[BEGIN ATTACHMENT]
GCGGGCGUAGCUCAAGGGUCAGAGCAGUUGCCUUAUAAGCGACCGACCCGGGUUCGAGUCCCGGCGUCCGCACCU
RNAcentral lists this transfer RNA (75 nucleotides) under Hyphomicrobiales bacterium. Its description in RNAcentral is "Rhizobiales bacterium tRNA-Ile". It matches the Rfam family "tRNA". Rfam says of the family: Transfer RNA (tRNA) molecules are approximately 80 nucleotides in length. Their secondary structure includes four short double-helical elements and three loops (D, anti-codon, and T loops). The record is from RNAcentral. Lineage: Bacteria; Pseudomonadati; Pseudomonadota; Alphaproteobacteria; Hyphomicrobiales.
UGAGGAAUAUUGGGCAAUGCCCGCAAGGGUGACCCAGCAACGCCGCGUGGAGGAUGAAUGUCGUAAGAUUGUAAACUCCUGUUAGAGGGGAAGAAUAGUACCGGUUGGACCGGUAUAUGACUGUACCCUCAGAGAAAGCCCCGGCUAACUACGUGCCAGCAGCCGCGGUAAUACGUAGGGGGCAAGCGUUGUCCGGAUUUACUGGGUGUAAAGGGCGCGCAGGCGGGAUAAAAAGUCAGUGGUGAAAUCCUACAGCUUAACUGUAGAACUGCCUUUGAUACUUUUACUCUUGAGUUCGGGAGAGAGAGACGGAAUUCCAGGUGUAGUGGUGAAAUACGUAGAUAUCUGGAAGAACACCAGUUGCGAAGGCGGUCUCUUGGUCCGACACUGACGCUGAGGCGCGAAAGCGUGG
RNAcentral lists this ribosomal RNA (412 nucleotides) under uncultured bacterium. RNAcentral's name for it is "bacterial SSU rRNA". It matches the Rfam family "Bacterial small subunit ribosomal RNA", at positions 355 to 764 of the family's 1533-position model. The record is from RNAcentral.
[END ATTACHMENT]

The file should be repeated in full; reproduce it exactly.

GCGGGCGUAGCUCAAGGGUCAGAGCAGUUGCCUUAUAAGCGACCGACCCGGGUUCGAGUCCCGGCGUCCGCACCU
RNAcentral lists this transfer RNA (75 nucleotides) under Hyphomicrobiales bacterium. Its description in RNAcentral is "Rhizobiales bacterium tRNA-Ile". It matches the Rfam family "tRNA". Rfam says of the family: Transfer RNA (tRNA) molecules are approximately 80 nucleotides in length. Their secondary structure includes four short double-helical elements and three loops (D, anti-codon, and T loops). The record is from RNAcentral. Lineage: Bacteria; Pseudomonadati; Pseudomonadota; Alphaproteobacteria; Hyphomicrobiales.
UGAGGAAUAUUGGGCAAUGCCCGCAAGGGUGACCCAGCAACGCCGCGUGGAGGAUGAAUGUCGUAAGAUUGUAAACUCCUGUUAGAGGGGAAGAAUAGUACCGGUUGGACCGGUAUAUGACUGUACCCUCAGAGAAAGCCCCGGCUAACUACGUGCCAGCAGCCGCGGUAAUACGUAGGGGGCAAGCGUUGUCCGGAUUUACUGGGUGUAAAGGGCGCGCAGGCGGGAUAAAAAGUCAGUGGUGAAAUCCUACAGCUUAACUGUAGAACUGCCUUUGAUACUUUUACUCUUGAGUUCGGGAGAGAGAGACGGAAUUCCAGGUGUAGUGGUGAAAUACGUAGAUAUCUGGAAGAACACCAGUUGCGAAGGCGGUCUCUUGGUCCGACACUGACGCUGAGGCGCGAAAGCGUGG
RNAcentral lists this ribosomal RNA (412 nucleotides) under uncultured bacterium. RNAcentral's name for it is "bacterial SSU rRNA". It matches the Rfam family "Bacterial small subunit ribosomal RNA", at positions 355 to 764 of the family's 1533-position model. The record is from RNAcentral.